Your tax dollars at work. Decades of taxpayer money spent, poor farmers’ lives ruined, excessive violence… And drug war success in Colombia is measured this way…
The results of the 2006 U.S. Government survey of cultivation in Colombia indicate that statistically there was no change in the amount of coca being grown between 2005 and 2006. The 2006 coca cultivation estimate is subject to a 90 percent confidence interval of between 125,800 and 179,500 hectares. The 90 percent confidence interval for the 2005 estimate was between 127,800 and 160,800 hectares. The significant overlap between the two years‰ estimates means that it is not possible to infer year-to-year trend information.
The survey estimates that there were 157,200 hectares under cultivation, an increase of 13,000 hectares from the 2005 estimate, subject to the confidence limitations described above. The 2006 area surveyed increased by 19 percent compared with 2005, and almost all of the increase was identified in these newly surveyed areas. Because they had not been previously surveyed, it is not possible to know with certainty if the coca found in these areas is in fact newly planted and had not been producing for a period of time.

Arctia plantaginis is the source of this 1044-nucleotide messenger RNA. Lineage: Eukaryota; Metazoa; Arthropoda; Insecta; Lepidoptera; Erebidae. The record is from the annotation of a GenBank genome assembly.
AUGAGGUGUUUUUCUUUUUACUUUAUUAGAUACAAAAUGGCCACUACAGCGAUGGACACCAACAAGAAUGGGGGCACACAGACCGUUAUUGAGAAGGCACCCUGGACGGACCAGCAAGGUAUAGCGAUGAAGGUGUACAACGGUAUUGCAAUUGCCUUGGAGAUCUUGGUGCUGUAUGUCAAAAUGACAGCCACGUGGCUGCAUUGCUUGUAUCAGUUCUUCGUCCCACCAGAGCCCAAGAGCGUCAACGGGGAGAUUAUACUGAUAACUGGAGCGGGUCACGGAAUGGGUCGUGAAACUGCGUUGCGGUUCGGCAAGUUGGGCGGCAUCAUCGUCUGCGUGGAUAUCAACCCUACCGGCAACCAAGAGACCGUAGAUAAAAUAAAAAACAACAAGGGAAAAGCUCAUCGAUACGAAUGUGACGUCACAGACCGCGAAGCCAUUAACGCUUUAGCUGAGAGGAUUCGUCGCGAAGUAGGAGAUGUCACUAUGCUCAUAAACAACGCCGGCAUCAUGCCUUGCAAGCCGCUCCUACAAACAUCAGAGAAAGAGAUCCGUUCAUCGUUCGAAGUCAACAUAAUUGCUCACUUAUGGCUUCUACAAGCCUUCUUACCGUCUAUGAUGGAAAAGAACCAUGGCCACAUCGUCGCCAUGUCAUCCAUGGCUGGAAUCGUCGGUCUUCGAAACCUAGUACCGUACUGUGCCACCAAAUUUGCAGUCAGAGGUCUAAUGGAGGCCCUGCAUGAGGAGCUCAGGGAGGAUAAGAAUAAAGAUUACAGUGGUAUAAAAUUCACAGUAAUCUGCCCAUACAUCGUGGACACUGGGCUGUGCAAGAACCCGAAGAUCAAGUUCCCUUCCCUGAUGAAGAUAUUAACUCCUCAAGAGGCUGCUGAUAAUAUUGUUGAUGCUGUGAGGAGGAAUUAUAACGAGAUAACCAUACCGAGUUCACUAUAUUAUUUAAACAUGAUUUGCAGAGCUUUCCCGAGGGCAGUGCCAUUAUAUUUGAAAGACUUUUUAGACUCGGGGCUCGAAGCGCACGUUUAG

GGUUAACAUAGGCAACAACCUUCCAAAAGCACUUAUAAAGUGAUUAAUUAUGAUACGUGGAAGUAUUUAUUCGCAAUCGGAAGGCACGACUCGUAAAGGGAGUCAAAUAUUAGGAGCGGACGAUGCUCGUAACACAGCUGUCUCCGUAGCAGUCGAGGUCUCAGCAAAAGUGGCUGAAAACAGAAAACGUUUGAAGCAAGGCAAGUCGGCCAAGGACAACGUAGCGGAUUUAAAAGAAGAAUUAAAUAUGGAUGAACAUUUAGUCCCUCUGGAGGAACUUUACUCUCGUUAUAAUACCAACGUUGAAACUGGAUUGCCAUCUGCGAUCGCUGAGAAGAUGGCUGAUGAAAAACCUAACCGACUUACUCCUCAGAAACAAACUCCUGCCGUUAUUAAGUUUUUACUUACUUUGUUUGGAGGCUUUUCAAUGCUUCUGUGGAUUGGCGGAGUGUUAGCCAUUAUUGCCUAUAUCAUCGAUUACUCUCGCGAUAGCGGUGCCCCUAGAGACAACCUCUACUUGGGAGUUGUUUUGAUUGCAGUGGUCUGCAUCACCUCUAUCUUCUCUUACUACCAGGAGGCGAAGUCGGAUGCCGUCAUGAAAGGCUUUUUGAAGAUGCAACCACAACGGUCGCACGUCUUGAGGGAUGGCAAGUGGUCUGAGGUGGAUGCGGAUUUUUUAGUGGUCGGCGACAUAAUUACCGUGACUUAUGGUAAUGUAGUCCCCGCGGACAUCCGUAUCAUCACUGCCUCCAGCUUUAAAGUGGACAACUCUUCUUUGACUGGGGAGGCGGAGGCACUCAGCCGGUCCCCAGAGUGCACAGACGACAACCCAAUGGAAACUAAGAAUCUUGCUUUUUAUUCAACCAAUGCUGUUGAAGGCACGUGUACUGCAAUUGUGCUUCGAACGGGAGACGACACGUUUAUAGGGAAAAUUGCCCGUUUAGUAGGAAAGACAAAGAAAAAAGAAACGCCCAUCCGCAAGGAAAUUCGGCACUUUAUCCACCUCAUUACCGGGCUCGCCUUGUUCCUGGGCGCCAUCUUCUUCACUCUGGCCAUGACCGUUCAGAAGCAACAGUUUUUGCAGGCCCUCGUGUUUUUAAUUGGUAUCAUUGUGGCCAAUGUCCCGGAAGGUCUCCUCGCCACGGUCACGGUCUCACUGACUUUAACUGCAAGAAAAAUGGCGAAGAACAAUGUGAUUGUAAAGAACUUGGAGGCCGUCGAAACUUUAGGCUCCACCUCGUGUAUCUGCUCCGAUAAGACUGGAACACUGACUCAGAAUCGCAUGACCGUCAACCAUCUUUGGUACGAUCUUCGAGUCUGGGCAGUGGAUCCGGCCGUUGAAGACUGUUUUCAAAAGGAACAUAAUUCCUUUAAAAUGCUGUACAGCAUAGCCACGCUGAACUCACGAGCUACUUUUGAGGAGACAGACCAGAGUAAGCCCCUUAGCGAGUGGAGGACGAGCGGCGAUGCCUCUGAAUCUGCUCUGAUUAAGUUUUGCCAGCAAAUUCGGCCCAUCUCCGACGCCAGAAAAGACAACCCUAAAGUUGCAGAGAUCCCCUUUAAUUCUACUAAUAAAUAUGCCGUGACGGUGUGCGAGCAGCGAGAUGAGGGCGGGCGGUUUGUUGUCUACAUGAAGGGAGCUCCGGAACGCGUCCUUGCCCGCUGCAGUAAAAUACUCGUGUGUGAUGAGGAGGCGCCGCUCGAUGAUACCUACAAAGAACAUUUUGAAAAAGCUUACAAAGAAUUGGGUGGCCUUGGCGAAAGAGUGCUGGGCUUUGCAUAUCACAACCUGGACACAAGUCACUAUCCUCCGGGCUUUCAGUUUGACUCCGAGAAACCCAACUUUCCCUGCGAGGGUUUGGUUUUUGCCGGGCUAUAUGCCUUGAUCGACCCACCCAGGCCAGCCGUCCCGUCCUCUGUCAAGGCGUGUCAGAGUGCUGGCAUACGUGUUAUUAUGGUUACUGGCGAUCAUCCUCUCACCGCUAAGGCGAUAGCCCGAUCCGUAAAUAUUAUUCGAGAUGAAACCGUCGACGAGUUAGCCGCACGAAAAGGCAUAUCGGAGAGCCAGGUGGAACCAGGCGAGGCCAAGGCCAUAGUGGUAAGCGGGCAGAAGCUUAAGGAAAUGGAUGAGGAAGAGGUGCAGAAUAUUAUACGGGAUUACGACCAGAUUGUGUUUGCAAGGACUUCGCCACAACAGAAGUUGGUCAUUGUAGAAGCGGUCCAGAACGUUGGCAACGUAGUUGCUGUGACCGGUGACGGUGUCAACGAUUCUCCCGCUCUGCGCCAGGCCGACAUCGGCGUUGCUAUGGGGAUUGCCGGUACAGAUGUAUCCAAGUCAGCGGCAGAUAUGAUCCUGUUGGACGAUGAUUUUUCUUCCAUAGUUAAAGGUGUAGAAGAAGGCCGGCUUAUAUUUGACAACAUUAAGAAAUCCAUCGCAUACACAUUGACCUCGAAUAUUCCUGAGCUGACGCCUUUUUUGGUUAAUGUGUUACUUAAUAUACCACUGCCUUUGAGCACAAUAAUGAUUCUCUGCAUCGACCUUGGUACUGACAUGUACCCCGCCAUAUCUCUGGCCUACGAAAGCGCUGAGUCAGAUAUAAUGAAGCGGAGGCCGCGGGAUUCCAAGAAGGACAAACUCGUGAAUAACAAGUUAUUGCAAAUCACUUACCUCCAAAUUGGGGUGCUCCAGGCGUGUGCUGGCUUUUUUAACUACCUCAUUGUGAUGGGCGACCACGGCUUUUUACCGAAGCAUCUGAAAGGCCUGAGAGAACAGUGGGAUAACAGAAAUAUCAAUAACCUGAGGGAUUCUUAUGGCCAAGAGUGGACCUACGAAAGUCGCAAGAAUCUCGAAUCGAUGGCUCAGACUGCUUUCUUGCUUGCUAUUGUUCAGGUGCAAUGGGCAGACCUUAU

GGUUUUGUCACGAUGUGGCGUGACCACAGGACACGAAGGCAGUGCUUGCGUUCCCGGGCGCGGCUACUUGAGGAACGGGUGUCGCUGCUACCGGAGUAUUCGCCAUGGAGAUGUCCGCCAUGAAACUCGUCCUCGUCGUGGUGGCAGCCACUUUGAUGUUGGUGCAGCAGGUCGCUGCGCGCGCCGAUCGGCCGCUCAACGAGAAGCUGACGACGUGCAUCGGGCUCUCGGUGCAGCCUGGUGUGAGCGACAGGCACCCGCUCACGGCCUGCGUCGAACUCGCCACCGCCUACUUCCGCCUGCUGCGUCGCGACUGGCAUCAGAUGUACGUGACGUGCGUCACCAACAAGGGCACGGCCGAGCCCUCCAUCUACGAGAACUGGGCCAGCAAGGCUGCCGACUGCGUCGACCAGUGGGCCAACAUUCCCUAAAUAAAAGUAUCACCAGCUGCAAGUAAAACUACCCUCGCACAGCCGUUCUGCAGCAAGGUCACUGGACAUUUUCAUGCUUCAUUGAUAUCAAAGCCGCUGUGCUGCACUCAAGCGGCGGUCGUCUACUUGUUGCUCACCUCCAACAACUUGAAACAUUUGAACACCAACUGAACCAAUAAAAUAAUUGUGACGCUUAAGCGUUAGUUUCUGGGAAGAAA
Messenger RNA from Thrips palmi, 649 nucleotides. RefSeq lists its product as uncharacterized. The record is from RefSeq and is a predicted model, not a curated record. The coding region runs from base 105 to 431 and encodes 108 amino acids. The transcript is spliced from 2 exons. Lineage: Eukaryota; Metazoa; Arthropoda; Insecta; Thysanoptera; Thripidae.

Rapid crop reconstitution, a move to smaller plots, and the discovery of previously unsurveyed coca growing areas, have posed major challenges to the techniques and methodologies used to understand Colombia‰s coca cultivation and cocaine output. After losing one-third of the estimated coca cultivation to herbicidal spraying between 2001 and 2004, traffickers and growers implemented the widespread use of techniques such as radical pruning and replanting from seedlings. Such countermeasures result in crops that are initially unproductive or significantly less productive than mature fields. Yet, when surveying a field, it is impossible to know with certainty whether it is a mature, productive field, or a field which has been sprayed with glyphosate, and then pruned or replanted. […]
Translation from ONDCP-speak: We’re sure that the drug war in Colombia is a huge success, even though the facts say otherwise. And it’s not our fault anyway, because the drug traffickers aren’t cooperating with us. But we can solve the problem if we do more of the same.
It really burns me up that these people actually get a paycheck from us.